To test the hypothesize that psoriasis patients treated under a partial schedule of pharmacologic (corticosteroid) reinforcement would show less severe symptoms and relapse than those given the same amount of drug under standard conditions. Behavioral conditioning as an inherent component of many pharmacotherapeutic protocols has never been examined.A double-blind, simple randomization intervention was conducted with 46 patients from California and New York. Initially, lesions were treated with 0.1% acetonide triamcinolone under standard treatment conditions. Thereafter, a Standard Therapy group continued on continuous reinforcement (active drug every treatment) with 100% of the initial dose; Partial Reinforcement patients received a full dose 25% to 50% of the time and placebo medication other times; Dose Control patients received continuous reinforcement with 25% to 50% of the initial dose.Severity of disease scores in California neither supported nor refuted the hypothesis. In New York, where there was no difference between Partial Reinforcement and Dose Control groups at baseline, partial reinforcement effected a greater reduction in lesion severity than Dose Control conditions and did not differ from Standard Therapy patients receiving two to four times more drug. For the entire population, the frequency of relapse under partial reinforcement (26.7%) was lower than in Dose Control patients (61.5%) and did not differ from full-dose treatment (22.2%).A partial schedule of pharmacotherapeutic reinforcement could maintain psoriasis patients with a cumulative amount of corticosteroid that was relatively ineffective when administered under standard treatment conditions. Conceivably, corticosteroid administration only one quarter or half as frequently as currently prescribed is sufficient to treat psoriasis. We posit, however, that these preliminary observations implicate conditioning processes in-and for the design of-regimens of pharmacotherapy.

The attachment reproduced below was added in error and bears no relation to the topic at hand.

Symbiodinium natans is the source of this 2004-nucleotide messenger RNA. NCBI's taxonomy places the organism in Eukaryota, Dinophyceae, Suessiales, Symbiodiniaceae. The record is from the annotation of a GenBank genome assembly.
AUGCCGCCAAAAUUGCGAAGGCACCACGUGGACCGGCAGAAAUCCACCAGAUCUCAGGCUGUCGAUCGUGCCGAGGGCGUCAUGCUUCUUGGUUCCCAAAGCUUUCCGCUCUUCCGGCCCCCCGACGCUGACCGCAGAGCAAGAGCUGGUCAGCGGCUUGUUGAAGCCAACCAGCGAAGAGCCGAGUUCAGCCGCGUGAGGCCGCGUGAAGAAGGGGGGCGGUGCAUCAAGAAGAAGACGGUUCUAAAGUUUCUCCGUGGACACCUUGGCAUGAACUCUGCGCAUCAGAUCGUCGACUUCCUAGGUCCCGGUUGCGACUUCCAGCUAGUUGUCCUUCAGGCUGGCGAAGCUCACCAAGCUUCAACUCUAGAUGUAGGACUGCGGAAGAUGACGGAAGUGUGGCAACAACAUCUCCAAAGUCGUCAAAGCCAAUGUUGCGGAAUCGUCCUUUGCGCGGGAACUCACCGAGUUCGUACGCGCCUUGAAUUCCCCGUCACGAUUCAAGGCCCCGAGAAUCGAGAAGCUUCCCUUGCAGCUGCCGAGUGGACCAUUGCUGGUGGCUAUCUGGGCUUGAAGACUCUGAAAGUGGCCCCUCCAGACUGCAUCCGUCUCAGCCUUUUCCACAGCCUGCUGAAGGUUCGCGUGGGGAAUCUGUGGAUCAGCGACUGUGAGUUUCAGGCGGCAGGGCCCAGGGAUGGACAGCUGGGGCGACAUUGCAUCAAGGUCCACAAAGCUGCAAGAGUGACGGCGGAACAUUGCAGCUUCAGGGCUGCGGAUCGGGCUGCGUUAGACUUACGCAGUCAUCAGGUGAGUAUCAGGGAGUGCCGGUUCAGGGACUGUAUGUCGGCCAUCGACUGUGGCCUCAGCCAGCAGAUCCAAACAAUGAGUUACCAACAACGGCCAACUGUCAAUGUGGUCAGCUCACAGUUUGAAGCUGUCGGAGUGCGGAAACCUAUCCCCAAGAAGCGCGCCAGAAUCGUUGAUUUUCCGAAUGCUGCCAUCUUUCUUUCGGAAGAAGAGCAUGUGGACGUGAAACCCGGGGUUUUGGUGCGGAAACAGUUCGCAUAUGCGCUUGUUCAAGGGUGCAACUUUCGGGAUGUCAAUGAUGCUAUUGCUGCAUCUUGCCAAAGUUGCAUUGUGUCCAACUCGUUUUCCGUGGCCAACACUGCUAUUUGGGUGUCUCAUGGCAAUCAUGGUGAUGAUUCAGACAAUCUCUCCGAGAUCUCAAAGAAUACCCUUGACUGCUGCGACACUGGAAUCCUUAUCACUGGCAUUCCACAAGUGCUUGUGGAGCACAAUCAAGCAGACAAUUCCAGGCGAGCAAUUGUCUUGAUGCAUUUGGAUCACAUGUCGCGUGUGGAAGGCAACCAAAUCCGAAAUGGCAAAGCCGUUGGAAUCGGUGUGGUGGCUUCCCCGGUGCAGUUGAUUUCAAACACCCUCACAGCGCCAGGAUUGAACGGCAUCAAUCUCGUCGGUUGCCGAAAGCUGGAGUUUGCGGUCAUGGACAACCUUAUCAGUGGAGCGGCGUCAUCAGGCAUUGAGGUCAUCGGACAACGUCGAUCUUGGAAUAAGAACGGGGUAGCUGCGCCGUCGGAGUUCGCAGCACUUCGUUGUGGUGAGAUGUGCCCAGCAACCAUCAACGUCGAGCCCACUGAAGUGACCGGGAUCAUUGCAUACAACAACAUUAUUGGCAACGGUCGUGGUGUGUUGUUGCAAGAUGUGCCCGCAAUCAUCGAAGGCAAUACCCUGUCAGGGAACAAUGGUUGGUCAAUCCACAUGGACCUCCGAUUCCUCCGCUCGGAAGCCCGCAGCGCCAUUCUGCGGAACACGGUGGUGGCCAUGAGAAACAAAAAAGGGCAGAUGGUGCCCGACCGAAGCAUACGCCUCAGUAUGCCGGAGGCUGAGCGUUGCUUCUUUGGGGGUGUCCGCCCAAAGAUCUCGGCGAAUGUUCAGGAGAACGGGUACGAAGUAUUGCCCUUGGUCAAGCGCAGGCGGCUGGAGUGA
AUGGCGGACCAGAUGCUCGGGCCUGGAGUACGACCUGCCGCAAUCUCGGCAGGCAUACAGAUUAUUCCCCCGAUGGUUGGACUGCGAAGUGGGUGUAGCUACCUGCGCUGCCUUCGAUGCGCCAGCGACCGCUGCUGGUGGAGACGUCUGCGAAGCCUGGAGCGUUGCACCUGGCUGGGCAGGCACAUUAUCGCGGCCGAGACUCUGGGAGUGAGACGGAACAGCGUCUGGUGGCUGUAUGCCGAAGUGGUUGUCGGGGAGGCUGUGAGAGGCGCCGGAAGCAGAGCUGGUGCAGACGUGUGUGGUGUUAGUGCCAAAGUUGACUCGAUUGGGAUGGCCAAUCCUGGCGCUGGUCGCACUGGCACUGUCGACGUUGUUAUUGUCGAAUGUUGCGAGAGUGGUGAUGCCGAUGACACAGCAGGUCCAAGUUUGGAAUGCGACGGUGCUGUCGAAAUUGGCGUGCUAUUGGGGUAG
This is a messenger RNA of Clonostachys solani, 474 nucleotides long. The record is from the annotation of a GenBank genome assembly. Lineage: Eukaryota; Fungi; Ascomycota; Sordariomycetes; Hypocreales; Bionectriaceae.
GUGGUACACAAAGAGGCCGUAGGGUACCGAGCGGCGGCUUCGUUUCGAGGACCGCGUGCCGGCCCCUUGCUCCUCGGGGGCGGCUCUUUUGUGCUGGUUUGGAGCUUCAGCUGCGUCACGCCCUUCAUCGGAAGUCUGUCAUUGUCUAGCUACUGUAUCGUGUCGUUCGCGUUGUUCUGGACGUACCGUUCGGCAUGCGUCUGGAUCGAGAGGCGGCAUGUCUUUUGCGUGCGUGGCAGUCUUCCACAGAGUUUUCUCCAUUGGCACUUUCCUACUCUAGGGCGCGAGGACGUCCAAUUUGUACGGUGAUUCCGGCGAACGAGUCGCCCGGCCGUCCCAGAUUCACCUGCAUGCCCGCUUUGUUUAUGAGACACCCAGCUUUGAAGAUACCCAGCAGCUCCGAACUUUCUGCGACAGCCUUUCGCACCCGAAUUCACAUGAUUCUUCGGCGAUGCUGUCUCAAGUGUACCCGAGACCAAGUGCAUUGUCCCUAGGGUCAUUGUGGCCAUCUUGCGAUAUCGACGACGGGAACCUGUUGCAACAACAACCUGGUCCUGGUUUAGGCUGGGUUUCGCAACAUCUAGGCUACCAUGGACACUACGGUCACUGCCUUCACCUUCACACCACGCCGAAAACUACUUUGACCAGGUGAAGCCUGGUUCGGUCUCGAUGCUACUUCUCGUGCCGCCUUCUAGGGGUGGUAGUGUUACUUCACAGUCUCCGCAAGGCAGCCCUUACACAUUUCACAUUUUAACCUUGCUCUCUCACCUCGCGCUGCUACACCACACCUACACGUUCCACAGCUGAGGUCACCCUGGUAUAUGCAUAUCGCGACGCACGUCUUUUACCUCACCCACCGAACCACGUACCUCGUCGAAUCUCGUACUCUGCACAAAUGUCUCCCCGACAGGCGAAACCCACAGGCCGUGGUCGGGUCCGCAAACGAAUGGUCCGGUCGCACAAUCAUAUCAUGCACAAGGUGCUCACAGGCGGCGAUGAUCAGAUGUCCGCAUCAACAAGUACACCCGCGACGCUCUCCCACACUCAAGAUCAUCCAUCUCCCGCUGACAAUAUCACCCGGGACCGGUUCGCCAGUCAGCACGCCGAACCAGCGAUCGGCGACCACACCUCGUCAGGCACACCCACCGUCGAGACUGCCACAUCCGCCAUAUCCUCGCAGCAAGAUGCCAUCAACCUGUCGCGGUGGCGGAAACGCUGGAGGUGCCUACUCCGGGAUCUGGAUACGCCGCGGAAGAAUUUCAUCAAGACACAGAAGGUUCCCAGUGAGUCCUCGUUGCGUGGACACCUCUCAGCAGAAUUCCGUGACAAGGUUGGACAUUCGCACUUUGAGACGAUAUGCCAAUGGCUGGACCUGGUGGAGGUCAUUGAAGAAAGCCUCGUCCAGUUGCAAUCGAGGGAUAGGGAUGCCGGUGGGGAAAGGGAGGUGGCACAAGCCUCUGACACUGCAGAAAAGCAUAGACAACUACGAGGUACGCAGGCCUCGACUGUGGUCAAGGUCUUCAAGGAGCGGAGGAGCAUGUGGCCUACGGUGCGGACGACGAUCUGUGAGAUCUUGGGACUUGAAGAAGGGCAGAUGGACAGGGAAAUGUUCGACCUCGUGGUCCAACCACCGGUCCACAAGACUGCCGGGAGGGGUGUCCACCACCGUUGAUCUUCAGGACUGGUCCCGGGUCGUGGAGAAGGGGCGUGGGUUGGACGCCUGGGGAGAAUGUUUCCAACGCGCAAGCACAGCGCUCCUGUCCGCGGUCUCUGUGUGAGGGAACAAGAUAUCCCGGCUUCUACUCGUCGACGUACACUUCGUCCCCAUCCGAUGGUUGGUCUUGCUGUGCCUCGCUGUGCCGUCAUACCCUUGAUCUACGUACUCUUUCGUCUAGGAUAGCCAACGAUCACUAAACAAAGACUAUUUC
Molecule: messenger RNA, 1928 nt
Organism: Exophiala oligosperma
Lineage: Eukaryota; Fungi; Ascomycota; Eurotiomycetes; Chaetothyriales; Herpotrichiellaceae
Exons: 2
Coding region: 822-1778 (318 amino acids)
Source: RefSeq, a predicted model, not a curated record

View details for Web of Science ID 000274797700013
View details for PubMedID 20028830